On occasion he has paid me to spray metal exterior doors with enamels, cabinet doors and drawer fronts for him, but he still brushes the rest of a kitchen job. It all works out... he is an older fella with a lot of older clients. Since he peddles that hand brushed business as "things done the old way, the right way" he does indeed get his price. Routinely, he gets about 15% or more than I do for the same job. No reason for him to change, right?
Just a little additional commentary on the subject.
Robert
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snipped-for-privacy@aol.com wrote:

I'd love to but no sprayer :(

While you and his boss are out drinking beer he hauls in a sprayer :)
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dadiOH
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Damnit... I laughed so hard when I read that I almost spewed out my iced tea!
I will be sure and pass that on to my "colleague", Bill. He'll get a bang out of it too!
Seriously; you know how it look like you are doing the exact same thing someone else is doing and yet you get different results? That's me with oils. I am OK on small pieces, crown and trims, and flat panels when using a brush. But this guy can give me a complex. Raised six panel wood doors in a house? No problem. One Marlboro and a 1/2 cup of coffee a door. Worse, (or at least more frustrating to me) this guy is fast.
So one day when visiting my buddy's job site a while back, I ran into this guy and he was cleaning brushes at around 2:00 pm. We chatted a bit as I thought he was just changing colors or needed a quick clean. Nope, he was going home. I was pretty dumbstruck, and thought something was wrong at the home front. Nope, again. The rest of the job needed to be sprayed, and that wasn't his job. He did the cab interiors along with the rails and stiles in the kitchen and bath and that was it. Aren't you going to spray the doors and drawers, I asked? No he wasn't. That wasn't his job. He told me he never "learned" the spray rig (except for an airless) and didn't understand all the knobs and stuff on the gun. And no clue at all about thinning, patterns, tips or anything else. He thinks being a spray man is a subset of being a painter, but not the same thing.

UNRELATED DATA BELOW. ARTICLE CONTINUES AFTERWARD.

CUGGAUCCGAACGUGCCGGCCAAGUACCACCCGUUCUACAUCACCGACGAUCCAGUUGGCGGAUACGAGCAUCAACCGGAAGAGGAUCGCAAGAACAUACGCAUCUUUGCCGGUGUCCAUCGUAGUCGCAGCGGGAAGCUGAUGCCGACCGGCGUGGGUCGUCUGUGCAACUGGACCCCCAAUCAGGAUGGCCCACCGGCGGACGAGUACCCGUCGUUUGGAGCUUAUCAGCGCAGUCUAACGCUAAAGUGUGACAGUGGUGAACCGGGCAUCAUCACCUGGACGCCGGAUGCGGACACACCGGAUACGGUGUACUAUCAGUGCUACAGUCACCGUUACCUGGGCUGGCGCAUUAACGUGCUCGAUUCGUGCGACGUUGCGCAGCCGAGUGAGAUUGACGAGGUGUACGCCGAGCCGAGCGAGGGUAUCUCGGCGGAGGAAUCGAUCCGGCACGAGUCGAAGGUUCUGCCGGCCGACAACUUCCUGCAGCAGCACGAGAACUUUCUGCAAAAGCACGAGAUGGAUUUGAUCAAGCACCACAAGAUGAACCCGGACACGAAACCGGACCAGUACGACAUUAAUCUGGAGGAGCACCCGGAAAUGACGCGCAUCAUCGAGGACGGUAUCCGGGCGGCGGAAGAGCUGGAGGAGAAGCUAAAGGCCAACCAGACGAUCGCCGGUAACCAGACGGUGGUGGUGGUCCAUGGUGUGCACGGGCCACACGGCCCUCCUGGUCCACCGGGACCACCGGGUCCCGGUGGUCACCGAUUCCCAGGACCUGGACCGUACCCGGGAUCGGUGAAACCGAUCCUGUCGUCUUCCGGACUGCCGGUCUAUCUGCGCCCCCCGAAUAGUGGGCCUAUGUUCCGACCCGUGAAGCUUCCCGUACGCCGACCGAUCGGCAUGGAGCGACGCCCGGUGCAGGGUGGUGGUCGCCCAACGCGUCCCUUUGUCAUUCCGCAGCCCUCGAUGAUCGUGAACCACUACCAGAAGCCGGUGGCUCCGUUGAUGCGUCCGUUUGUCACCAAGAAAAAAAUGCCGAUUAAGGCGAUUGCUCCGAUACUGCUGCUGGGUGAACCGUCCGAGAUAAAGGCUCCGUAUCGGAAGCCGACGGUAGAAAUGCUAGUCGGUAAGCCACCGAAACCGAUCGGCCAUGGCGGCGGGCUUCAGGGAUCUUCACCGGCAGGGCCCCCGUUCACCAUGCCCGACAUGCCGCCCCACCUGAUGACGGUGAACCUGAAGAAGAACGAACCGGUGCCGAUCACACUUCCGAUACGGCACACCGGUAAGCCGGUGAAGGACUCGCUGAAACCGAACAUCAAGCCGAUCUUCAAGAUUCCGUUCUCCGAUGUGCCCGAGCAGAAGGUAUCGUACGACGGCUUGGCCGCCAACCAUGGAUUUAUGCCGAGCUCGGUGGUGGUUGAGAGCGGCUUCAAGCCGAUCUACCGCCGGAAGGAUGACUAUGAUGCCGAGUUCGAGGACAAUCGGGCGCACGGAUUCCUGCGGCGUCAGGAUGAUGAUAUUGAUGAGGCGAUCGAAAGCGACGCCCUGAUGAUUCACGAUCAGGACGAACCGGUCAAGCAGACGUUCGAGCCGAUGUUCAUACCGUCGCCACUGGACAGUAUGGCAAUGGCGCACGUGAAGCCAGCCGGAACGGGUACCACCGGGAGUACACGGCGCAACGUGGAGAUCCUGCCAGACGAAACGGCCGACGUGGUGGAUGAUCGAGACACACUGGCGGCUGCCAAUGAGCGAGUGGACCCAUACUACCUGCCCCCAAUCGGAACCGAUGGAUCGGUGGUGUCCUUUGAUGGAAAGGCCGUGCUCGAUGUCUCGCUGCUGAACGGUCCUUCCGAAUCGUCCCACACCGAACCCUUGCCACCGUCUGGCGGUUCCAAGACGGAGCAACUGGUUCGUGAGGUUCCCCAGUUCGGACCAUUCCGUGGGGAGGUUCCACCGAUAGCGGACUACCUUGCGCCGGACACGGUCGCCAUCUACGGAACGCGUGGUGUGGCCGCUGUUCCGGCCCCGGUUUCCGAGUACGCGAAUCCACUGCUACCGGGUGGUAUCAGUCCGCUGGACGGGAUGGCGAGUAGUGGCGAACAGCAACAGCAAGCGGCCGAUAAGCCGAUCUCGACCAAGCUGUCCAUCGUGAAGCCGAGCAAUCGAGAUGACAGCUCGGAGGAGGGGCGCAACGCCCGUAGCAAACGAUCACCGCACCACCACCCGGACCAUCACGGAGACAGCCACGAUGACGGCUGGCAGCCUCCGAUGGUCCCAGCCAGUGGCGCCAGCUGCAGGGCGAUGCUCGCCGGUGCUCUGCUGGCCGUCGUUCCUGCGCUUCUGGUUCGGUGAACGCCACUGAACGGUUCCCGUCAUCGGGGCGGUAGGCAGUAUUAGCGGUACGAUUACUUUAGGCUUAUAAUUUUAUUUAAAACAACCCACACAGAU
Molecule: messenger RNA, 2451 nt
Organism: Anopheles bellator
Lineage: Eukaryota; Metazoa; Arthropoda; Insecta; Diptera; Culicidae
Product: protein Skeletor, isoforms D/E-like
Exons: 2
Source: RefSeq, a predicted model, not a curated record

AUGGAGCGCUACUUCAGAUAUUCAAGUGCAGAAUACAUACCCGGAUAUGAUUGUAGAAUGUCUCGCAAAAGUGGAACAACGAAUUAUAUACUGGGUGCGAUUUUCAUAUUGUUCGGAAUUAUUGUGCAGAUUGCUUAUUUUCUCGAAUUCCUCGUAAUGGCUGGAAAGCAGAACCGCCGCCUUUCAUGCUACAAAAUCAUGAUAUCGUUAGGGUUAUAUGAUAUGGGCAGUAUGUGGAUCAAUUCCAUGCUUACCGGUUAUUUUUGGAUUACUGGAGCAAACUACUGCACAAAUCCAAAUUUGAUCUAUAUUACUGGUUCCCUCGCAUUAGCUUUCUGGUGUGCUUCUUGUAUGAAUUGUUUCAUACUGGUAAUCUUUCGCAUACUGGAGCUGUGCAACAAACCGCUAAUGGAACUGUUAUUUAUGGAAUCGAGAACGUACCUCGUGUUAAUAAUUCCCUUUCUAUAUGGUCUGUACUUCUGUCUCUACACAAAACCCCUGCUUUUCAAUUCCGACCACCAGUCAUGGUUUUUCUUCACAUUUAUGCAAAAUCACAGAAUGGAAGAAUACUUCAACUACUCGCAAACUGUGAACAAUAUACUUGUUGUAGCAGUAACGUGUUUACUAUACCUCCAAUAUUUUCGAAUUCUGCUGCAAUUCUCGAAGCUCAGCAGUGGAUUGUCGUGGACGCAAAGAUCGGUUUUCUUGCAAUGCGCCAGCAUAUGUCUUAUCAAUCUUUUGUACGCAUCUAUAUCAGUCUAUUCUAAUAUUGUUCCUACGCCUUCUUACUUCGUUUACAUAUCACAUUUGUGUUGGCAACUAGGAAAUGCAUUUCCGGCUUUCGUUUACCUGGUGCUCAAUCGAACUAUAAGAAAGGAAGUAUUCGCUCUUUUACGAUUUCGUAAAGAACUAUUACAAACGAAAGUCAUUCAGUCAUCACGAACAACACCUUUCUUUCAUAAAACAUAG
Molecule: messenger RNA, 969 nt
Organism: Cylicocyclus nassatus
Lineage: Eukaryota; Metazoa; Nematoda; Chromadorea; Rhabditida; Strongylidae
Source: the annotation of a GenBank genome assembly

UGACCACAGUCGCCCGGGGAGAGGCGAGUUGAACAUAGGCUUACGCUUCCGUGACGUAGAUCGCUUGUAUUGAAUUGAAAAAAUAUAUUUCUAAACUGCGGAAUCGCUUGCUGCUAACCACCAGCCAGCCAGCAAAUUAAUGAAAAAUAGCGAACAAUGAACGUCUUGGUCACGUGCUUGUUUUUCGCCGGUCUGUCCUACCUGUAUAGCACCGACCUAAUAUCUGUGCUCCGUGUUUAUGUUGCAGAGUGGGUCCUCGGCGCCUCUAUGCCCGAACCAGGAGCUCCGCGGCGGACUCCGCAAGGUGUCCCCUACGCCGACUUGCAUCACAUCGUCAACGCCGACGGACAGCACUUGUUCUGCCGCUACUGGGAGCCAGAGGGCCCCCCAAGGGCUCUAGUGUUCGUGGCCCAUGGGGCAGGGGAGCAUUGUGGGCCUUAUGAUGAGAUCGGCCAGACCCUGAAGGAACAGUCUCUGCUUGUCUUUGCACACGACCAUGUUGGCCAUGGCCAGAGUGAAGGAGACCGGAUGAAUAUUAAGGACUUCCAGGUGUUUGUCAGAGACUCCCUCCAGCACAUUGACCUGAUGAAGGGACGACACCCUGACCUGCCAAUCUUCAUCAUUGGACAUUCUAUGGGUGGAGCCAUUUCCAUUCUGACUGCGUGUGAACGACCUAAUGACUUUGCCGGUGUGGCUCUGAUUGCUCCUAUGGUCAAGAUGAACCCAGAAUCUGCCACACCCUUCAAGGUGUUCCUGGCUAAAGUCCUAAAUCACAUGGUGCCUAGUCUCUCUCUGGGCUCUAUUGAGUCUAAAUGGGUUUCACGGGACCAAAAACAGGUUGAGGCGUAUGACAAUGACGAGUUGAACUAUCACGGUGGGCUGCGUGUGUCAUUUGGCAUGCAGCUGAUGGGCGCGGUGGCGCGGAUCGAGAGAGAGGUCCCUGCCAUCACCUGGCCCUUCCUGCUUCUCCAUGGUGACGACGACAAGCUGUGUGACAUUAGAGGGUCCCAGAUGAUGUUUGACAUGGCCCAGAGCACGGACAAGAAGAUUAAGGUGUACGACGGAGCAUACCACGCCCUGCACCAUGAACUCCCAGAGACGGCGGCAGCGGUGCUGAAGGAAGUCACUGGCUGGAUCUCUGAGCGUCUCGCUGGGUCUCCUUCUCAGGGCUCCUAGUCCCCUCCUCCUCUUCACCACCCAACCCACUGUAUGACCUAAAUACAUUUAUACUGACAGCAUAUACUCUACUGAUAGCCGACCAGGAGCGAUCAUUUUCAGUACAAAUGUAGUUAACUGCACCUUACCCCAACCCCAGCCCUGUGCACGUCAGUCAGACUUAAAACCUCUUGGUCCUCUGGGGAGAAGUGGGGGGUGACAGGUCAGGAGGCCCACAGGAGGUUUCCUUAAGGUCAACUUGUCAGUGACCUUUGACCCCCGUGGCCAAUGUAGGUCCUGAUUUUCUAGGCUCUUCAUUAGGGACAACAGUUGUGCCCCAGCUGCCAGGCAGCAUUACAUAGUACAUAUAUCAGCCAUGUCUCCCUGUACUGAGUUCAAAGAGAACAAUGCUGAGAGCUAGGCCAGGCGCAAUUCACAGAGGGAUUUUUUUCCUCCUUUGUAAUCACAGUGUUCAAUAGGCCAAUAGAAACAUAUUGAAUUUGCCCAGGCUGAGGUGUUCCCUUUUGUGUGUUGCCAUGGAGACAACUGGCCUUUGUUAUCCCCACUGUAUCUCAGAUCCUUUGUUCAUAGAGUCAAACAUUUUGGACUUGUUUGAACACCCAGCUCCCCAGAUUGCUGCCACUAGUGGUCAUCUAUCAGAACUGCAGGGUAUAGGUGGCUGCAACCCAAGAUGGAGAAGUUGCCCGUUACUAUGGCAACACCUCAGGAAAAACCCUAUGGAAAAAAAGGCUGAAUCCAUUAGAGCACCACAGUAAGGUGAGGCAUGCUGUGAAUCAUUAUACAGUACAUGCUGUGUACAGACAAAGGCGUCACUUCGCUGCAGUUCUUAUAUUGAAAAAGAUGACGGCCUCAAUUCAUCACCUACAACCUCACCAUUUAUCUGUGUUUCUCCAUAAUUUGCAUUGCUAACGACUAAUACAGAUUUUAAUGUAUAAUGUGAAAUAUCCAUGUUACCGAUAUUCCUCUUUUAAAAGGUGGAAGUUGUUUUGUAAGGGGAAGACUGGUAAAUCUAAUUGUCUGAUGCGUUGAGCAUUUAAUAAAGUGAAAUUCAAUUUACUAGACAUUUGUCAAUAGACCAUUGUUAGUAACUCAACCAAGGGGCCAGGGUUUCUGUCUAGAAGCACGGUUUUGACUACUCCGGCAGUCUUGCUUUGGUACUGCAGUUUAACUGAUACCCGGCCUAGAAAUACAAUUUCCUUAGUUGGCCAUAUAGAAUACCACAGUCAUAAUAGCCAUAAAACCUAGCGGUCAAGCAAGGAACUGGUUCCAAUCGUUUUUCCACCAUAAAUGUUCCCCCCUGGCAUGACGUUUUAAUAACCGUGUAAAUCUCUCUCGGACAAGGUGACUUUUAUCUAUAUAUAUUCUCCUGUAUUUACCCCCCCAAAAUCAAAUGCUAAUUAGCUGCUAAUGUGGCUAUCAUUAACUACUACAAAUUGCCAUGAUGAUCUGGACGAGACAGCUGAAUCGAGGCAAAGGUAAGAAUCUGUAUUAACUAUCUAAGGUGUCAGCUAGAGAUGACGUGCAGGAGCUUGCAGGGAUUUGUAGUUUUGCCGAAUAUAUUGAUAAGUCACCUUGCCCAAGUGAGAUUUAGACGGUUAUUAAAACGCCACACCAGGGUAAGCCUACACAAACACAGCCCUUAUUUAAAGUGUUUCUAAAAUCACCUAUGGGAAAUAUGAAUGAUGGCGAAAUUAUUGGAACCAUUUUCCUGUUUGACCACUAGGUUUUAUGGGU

Apparently he and his pals decided to spray a truck, and it was a disaster, and an expensive one at that. After that happened, no more sprayer. Ever. I told him I could walk him through the basics and even had a old gun he could use to practice his skills. He wasn't even remotely interested.
I actually think he really enjoys being the king of handwork, and if everyone knew he couldn't spray it would be too embarrassing. So he stays the king of what he knows. I was REALLY looking forward to ragging on him for his lack of spray skills, but I won't ever get to see them.
Thanks... I am *still* chuckling over here....
Robert